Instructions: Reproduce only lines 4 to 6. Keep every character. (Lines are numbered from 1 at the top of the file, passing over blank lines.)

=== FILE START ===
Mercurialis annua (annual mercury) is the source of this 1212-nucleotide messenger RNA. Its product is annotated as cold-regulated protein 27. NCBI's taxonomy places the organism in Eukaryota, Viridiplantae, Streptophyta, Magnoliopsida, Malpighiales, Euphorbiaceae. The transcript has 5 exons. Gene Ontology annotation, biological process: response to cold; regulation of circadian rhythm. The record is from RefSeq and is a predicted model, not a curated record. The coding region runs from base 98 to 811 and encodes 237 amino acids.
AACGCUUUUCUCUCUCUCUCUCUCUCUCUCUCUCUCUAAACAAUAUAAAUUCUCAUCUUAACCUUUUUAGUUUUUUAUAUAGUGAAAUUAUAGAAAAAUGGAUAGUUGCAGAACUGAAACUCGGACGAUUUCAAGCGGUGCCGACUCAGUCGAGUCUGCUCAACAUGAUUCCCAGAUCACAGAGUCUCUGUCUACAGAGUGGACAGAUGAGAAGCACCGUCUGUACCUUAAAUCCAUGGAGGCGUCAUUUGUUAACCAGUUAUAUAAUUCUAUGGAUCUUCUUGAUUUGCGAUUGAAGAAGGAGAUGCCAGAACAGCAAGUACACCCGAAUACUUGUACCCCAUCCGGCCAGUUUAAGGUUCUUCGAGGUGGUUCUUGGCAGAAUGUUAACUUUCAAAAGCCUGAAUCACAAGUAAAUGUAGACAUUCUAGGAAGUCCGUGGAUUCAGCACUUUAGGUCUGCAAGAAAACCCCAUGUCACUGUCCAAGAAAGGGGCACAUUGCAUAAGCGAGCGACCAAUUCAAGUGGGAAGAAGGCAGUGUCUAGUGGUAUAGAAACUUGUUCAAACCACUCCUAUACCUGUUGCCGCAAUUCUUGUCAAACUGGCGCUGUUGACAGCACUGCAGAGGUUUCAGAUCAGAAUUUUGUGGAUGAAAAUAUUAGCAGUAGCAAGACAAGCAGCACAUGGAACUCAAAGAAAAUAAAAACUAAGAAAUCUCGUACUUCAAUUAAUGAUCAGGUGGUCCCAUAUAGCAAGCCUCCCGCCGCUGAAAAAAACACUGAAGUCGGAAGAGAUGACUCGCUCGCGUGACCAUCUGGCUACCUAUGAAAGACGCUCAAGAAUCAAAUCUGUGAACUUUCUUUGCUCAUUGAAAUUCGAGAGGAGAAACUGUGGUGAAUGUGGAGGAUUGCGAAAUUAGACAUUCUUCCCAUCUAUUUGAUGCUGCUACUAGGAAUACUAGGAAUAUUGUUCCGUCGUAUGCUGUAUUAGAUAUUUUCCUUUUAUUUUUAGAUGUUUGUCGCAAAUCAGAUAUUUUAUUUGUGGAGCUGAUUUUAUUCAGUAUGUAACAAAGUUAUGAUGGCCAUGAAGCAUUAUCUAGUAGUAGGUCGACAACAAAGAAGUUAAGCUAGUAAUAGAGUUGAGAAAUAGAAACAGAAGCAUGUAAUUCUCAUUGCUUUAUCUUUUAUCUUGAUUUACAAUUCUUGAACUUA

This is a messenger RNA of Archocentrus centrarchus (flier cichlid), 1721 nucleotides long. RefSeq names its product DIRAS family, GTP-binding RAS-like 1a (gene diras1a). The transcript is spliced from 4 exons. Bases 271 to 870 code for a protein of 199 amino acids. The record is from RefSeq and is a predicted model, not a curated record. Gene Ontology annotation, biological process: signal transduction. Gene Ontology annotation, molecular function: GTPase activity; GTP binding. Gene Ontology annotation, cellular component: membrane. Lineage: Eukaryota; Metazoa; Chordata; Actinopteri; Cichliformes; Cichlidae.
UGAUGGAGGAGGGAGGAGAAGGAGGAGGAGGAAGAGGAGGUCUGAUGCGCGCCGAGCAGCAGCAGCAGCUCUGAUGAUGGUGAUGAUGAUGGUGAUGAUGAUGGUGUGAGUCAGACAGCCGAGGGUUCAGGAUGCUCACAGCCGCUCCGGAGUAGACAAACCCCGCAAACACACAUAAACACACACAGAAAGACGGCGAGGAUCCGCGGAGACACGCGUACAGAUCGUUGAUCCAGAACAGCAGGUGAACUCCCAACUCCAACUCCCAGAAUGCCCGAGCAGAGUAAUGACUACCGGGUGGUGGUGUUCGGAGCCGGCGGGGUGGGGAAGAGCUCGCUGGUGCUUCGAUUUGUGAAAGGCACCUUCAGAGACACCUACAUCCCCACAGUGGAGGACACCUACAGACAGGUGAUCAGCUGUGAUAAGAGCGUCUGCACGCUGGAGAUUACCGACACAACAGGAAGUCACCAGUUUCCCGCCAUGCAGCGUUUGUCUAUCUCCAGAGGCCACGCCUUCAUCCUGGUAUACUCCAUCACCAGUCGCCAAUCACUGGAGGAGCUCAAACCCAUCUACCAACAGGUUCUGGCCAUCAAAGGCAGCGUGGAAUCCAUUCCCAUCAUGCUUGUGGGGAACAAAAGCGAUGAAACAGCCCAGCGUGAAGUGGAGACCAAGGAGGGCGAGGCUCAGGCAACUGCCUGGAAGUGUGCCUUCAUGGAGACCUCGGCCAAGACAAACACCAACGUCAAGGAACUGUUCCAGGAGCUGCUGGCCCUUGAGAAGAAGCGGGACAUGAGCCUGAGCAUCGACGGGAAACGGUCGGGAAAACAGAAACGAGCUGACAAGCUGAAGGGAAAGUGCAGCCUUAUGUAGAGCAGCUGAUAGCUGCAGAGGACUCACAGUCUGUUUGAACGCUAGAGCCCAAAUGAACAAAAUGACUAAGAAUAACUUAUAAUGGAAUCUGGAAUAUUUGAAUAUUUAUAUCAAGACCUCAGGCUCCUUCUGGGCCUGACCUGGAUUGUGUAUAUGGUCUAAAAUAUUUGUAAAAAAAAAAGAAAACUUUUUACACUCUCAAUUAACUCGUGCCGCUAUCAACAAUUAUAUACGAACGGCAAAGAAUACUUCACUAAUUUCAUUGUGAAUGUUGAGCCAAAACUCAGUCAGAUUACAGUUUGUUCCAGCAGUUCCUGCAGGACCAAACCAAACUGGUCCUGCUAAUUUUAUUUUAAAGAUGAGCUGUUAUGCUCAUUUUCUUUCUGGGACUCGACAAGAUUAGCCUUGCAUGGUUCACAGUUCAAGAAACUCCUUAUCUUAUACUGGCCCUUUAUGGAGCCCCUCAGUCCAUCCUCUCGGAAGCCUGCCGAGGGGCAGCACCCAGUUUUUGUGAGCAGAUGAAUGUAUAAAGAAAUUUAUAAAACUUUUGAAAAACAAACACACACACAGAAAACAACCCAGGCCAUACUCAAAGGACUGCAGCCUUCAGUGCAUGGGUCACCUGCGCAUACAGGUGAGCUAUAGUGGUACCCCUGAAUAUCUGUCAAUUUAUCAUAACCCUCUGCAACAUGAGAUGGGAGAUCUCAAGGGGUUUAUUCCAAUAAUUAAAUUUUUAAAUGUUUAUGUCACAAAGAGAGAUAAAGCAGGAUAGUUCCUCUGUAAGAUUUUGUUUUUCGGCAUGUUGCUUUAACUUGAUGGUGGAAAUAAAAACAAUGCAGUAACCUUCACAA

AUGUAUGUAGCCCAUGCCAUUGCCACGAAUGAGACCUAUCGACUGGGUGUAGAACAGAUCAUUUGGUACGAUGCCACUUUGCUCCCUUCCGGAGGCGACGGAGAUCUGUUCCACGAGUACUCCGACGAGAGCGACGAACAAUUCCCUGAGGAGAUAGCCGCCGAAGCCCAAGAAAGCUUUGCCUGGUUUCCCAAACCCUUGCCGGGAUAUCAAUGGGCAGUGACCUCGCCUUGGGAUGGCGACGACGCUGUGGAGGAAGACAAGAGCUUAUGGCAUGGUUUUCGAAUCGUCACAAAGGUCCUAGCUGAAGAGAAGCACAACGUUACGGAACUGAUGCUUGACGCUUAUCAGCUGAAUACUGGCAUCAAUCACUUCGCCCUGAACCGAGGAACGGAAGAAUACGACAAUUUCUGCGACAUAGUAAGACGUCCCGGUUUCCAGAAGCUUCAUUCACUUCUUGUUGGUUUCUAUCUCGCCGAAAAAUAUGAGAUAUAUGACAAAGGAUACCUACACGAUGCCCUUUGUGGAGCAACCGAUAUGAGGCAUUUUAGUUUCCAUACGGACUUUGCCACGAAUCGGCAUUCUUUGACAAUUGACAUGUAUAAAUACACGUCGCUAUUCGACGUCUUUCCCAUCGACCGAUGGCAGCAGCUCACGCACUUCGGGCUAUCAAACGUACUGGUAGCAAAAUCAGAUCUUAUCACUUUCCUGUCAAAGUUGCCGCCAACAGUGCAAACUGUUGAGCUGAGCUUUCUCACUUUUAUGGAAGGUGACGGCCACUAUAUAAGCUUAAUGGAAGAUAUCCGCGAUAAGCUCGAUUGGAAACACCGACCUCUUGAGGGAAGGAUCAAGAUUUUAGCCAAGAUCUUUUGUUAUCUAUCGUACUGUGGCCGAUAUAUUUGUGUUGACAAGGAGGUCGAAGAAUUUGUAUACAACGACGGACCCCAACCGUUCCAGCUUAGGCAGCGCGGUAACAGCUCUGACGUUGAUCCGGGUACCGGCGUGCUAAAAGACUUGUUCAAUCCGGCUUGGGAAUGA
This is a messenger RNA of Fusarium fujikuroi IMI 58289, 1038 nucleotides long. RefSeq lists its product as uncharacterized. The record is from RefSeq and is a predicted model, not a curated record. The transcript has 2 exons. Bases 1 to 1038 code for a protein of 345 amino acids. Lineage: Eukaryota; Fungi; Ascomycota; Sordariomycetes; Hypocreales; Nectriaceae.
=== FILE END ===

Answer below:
UGAUGGAGGAGGGAGGAGAAGGAGGAGGAGGAAGAGGAGGUCUGAUGCGCGCCGAGCAGCAGCAGCAGCUCUGAUGAUGGUGAUGAUGAUGGUGAUGAUGAUGGUGUGAGUCAGACAGCCGAGGGUUCAGGAUGCUCACAGCCGCUCCGGAGUAGACAAACCCCGCAAACACACAUAAACACACACAGAAAGACGGCGAGGAUCCGCGGAGACACGCGUACAGAUCGUUGAUCCAGAACAGCAGGUGAACUCCCAACUCCAACUCCCAGAAUGCCCGAGCAGAGUAAUGACUACCGGGUGGUGGUGUUCGGAGCCGGCGGGGUGGGGAAGAGCUCGCUGGUGCUUCGAUUUGUGAAAGGCACCUUCAGAGACACCUACAUCCCCACAGUGGAGGACACCUACAGACAGGUGAUCAGCUGUGAUAAGAGCGUCUGCACGCUGGAGAUUACCGACACAACAGGAAGUCACCAGUUUCCCGCCAUGCAGCGUUUGUCUAUCUCCAGAGGCCACGCCUUCAUCCUGGUAUACUCCAUCACCAGUCGCCAAUCACUGGAGGAGCUCAAACCCAUCUACCAACAGGUUCUGGCCAUCAAAGGCAGCGUGGAAUCCAUUCCCAUCAUGCUUGUGGGGAACAAAAGCGAUGAAACAGCCCAGCGUGAAGUGGAGACCAAGGAGGGCGAGGCUCAGGCAACUGCCUGGAAGUGUGCCUUCAUGGAGACCUCGGCCAAGACAAACACCAACGUCAAGGAACUGUUCCAGGAGCUGCUGGCCCUUGAGAAGAAGCGGGACAUGAGCCUGAGCAUCGACGGGAAACGGUCGGGAAAACAGAAACGAGCUGACAAGCUGAAGGGAAAGUGCAGCCUUAUGUAGAGCAGCUGAUAGCUGCAGAGGACUCACAGUCUGUUUGAACGCUAGAGCCCAAAUGAACAAAAUGACUAAGAAUAACUUAUAAUGGAAUCUGGAAUAUUUGAAUAUUUAUAUCAAGACCUCAGGCUCCUUCUGGGCCUGACCUGGAUUGUGUAUAUGGUCUAAAAUAUUUGUAAAAAAAAAAGAAAACUUUUUACACUCUCAAUUAACUCGUGCCGCUAUCAACAAUUAUAUACGAACGGCAAAGAAUACUUCACUAAUUUCAUUGUGAAUGUUGAGCCAAAACUCAGUCAGAUUACAGUUUGUUCCAGCAGUUCCUGCAGGACCAAACCAAACUGGUCCUGCUAAUUUUAUUUUAAAGAUGAGCUGUUAUGCUCAUUUUCUUUCUGGGACUCGACAAGAUUAGCCUUGCAUGGUUCACAGUUCAAGAAACUCCUUAUCUUAUACUGGCCCUUUAUGGAGCCCCUCAGUCCAUCCUCUCGGAAGCCUGCCGAGGGGCAGCACCCAGUUUUUGUGAGCAGAUGAAUGUAUAAAGAAAUUUAUAAAACUUUUGAAAAACAAACACACACACAGAAAACAACCCAGGCCAUACUCAAAGGACUGCAGCCUUCAGUGCAUGGGUCACCUGCGCAUACAGGUGAGCUAUAGUGGUACCCCUGAAUAUCUGUCAAUUUAUCAUAACCCUCUGCAACAUGAGAUGGGAGAUCUCAAGGGGUUUAUUCCAAUAAUUAAAUUUUUAAAUGUUUAUGUCACAAAGAGAGAUAAAGCAGGAUAGUUCCUCUGUAAGAUUUUGUUUUUCGGCAUGUUGCUUUAACUUGAUGGUGGAAAUAAAAACAAUGCAGUAACCUUCACAA

AUGUAUGUAGCCCAUGCCAUUGCCACGAAUGAGACCUAUCGACUGGGUGUAGAACAGAUCAUUUGGUACGAUGCCACUUUGCUCCCUUCCGGAGGCGACGGAGAUCUGUUCCACGAGUACUCCGACGAGAGCGACGAACAAUUCCCUGAGGAGAUAGCCGCCGAAGCCCAAGAAAGCUUUGCCUGGUUUCCCAAACCCUUGCCGGGAUAUCAAUGGGCAGUGACCUCGCCUUGGGAUGGCGACGACGCUGUGGAGGAAGACAAGAGCUUAUGGCAUGGUUUUCGAAUCGUCACAAAGGUCCUAGCUGAAGAGAAGCACAACGUUACGGAACUGAUGCUUGACGCUUAUCAGCUGAAUACUGGCAUCAAUCACUUCGCCCUGAACCGAGGAACGGAAGAAUACGACAAUUUCUGCGACAUAGUAAGACGUCCCGGUUUCCAGAAGCUUCAUUCACUUCUUGUUGGUUUCUAUCUCGCCGAAAAAUAUGAGAUAUAUGACAAAGGAUACCUACACGAUGCCCUUUGUGGAGCAACCGAUAUGAGGCAUUUUAGUUUCCAUACGGACUUUGCCACGAAUCGGCAUUCUUUGACAAUUGACAUGUAUAAAUACACGUCGCUAUUCGACGUCUUUCCCAUCGACCGAUGGCAGCAGCUCACGCACUUCGGGCUAUCAAACGUACUGGUAGCAAAAUCAGAUCUUAUCACUUUCCUGUCAAAGUUGCCGCCAACAGUGCAAACUGUUGAGCUGAGCUUUCUCACUUUUAUGGAAGGUGACGGCCACUAUAUAAGCUUAAUGGAAGAUAUCCGCGAUAAGCUCGAUUGGAAACACCGACCUCUUGAGGGAAGGAUCAAGAUUUUAGCCAAGAUCUUUUGUUAUCUAUCGUACUGUGGCCGAUAUAUUUGUGUUGACAAGGAGGUCGAAGAAUUUGUAUACAACGACGGACCCCAACCGUUCCAGCUUAGGCAGCGCGGUAACAGCUCUGACGUUGAUCCGGGUACCGGCGUGCUAAAAGACUUGUUCAAUCCGGCUUGGGAAUGA
This is a messenger RNA of Fusarium fujikuroi IMI 58289, 1038 nucleotides long. RefSeq lists its product as uncharacterized. The record is from RefSeq and is a predicted model, not a curated record. The transcript has 2 exons. Bases 1 to 1038 code for a protein of 345 amino acids. Lineage: Eukaryota; Fungi; Ascomycota; Sordariomycetes; Hypocreales; Nectriaceae.